If you've always wanted to see a cinematic combo of Conan The Barbarian, Elektra, and Dracula's Daughter, your prayers have been answered: BloodRayne is out on DVD on May 23, 2006.
In eighteenth century Romania, a foxy redheaded dhampir (half-human/half-vampire) called Rayne (an emotive Kristanna Loken) escapes from the freakshow where she's been forced to work, and heads out to find her father… to kill him. Kagan (a badly-wigged Ben Kingsley) is the King of Vampires, so he won't be easy to dispatch.
To get luck on her side, Rayne resolves to gather the three magical talismans (in the shapes of an eye, a rib, and a heart) that will make her truly invincible. Along the way, she joins forces with three taciturn members of The Brimstone Society (a mumbling Michael Madsen, a snarling Michelle Rodriguez, and a cardboard Matthew Davis).
BloodRayne is a cheesy movie, but it's not amongst director Uwe Boll's worst. The problem with it is unevenness — the actors go from horribly over-the-top (Meat Loaf Aday) to reasonably believable (Geraldine Chaplin); the costumes go from cool (Kingley's vampire attire is top-drawer) to cruddy (Lokken's black and red outfit looks as though it's right off the 50% discount rack at Hot Topic); and the story teeters between fun quest-fantasy/horror and sappy "finding myself"/romance.
The best things about the movie are the stirring score (by Henning Lohner, who also did The Ring Two), the luscious locations (one of which is Bran Castle, Transylvania, Romania), and the creative, competent cinematography by Mathias Neumann. The camera angles, colors, use of light and shadow, and the segues (a tarot card that morphs to a "real" scene is really fun, for example) are all above-par for a movie of this ilk.
If you're looking for fast-food horror, you could do a lot worse than BloodRayne — it is, after all, based on a videogame. There are plenty of gory deaths (neck bites, sword-rammings, bi-sections, beheadings, and much, much more) and Lokken's male fans will enjoy seeing her ravage a willing victim of her lusty shenanigans.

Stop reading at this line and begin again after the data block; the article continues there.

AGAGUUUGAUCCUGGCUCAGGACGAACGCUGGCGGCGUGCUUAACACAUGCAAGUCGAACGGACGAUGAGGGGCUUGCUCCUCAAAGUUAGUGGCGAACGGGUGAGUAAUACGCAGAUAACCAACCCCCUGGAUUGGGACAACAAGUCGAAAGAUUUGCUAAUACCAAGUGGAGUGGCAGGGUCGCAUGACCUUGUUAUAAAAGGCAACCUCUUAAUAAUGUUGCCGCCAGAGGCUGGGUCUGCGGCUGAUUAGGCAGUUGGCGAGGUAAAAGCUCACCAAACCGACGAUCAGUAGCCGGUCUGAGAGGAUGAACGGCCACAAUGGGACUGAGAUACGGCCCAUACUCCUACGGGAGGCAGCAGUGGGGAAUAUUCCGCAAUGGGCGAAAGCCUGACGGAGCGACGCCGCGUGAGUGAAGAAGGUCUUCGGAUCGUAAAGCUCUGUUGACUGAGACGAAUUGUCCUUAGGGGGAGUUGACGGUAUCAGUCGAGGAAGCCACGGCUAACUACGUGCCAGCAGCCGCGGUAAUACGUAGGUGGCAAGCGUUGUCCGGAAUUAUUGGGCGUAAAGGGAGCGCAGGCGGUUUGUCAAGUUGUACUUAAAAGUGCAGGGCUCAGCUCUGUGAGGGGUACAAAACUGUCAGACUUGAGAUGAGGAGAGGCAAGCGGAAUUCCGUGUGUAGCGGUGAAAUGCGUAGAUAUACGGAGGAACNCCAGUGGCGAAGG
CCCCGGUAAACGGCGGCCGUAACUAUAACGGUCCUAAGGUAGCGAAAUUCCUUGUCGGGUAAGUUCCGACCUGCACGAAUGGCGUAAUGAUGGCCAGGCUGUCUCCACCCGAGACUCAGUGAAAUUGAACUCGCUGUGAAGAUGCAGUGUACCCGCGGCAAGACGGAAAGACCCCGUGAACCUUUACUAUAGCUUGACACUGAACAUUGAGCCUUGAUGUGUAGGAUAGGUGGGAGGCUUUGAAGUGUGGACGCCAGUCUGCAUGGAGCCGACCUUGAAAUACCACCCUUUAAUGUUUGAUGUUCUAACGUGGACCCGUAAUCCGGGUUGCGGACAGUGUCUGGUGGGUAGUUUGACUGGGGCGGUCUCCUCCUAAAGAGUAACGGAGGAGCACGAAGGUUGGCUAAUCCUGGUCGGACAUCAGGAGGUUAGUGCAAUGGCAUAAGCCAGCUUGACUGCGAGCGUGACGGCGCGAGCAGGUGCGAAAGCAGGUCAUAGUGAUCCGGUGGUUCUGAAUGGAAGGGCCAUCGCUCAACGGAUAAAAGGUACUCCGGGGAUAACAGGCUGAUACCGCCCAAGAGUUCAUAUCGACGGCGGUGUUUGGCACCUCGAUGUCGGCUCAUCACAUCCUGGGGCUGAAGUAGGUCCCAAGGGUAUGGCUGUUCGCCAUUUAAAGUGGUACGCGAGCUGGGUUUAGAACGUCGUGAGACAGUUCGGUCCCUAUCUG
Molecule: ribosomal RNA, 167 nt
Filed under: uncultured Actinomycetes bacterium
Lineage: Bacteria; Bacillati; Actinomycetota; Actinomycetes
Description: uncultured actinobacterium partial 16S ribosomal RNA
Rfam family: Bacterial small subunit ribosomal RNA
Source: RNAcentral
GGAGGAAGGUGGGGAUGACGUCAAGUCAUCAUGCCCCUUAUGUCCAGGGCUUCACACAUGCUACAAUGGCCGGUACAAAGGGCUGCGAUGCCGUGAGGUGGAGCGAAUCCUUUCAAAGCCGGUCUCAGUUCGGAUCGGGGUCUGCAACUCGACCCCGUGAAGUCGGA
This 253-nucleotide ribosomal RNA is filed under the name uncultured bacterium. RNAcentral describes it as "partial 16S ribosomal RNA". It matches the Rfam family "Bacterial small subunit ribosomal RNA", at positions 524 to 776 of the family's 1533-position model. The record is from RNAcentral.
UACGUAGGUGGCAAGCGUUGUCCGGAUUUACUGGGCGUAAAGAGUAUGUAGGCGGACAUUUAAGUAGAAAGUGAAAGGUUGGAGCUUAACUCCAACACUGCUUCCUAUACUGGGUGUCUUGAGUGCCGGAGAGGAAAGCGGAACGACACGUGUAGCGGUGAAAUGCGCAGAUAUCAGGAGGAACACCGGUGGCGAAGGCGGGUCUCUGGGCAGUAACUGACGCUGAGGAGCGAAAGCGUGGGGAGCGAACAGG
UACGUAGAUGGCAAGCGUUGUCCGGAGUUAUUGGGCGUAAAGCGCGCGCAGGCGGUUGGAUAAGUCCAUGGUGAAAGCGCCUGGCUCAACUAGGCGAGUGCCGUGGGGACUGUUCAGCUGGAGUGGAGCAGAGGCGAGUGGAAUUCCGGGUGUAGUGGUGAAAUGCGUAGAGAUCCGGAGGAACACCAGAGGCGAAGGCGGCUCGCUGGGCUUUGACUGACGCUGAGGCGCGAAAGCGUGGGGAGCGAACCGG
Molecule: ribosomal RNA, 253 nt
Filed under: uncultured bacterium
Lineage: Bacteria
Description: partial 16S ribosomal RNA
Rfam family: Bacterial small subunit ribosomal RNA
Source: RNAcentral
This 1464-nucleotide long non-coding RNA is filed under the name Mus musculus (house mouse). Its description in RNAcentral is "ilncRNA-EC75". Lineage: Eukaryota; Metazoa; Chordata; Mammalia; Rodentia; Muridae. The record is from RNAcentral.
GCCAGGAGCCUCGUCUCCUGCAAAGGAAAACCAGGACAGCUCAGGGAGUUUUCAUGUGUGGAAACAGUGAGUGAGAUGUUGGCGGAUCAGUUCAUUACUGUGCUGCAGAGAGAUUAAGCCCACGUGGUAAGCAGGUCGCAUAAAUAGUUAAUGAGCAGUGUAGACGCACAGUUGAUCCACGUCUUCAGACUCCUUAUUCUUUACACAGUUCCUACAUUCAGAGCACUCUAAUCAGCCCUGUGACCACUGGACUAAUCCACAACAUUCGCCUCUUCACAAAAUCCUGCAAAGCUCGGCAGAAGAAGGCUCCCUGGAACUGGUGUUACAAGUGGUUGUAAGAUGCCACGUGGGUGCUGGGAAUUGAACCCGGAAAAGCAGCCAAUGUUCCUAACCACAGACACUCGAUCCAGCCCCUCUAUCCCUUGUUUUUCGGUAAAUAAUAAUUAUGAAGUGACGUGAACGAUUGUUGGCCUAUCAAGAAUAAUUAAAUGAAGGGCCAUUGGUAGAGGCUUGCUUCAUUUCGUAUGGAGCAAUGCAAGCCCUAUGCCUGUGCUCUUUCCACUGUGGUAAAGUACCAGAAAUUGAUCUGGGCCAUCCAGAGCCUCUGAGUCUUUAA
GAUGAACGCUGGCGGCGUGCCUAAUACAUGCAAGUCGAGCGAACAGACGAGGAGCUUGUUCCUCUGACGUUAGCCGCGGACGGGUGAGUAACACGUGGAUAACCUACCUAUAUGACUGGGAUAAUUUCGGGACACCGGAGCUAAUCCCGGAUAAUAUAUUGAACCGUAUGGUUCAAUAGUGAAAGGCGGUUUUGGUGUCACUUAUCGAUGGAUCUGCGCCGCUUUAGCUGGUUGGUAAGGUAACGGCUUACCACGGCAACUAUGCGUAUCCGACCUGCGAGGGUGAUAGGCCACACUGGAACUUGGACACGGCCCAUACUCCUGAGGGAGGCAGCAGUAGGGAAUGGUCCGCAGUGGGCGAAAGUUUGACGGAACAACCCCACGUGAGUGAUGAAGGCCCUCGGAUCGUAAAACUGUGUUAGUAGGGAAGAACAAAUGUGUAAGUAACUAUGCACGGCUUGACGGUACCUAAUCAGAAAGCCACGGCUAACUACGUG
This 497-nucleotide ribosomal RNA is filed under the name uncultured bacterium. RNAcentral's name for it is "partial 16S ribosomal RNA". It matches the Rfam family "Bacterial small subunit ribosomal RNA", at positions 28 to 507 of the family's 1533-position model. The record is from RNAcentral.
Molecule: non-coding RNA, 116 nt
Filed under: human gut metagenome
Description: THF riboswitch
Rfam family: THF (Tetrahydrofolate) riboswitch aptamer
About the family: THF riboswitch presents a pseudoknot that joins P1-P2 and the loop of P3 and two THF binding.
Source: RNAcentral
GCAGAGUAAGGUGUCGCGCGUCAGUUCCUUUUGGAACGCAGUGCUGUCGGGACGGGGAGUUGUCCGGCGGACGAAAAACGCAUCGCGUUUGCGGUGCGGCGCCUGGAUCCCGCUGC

This version of Bloodrayne is the Unrated Director's Cut (widescreen), which also includes a DVD ROM of the game.
The additional release material is pretty schlocky, yet oddly entertaining. The worst/best featurette is called "Dinner With Uwe Boll" and it's a nearly hour-long chat between the film's director and two unidentified people (hello, editor: textual captions ARE an option on your Avid!). I actually recognized the hungry reporter from IGN.com so I had an advantage there, and I later figured out that the woman with bad posture is in the videogame business (I think).
The idea here was to replicate Jon Favreau's "Dinner for Five" or "Dinner with the Masters of Horror" I guess, but rather than going to an nice, atmospheric little restaurant or café, the dinner is staged on a card table that's against a bare, blank wall. The acoustics in the room are terrible. Still, for fans or foes of the director, it's interesting to listen to him talk about everything from the first movie that got his attention (The Bounty, when he was 10), to the financing and making of BloodRayne, to his many Internet detractors (he's talking to you, Harry Knowles!).
"CGI Making of the Film" is a compilation of before-and-after clips showing how computer graphics were added to create the effects (ranging from burnt vampire skin to dark storm clouds in the sky). At first, I thought there was something wrong with the disc or my player, but actually there is NO SOUND on this featurette. Not even background music.
"Storyboards" shows a scene in a black and white sketch.
"Director's Commentary" is actually the director joined by stars Kristanna Loken and Will Sanderson, first A.D. Brian Knight, and producer Shawn Williamson. They talk about everything from the opening title sequence (inspired by Bosch and Goya, it really is noteworthy), to the training for the action sequences, the CGI, and the gaming tie-in.
"Theatrical Trailer", is so bad it's good — this one will age like fine vinegar (watch it 10 years from now and see if I'm not right).
DVD-ROM disc for computers running Windows XP. You can play Bloodrayne 2 and slay some vampires.
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Reviewed by Staci Layne Wilson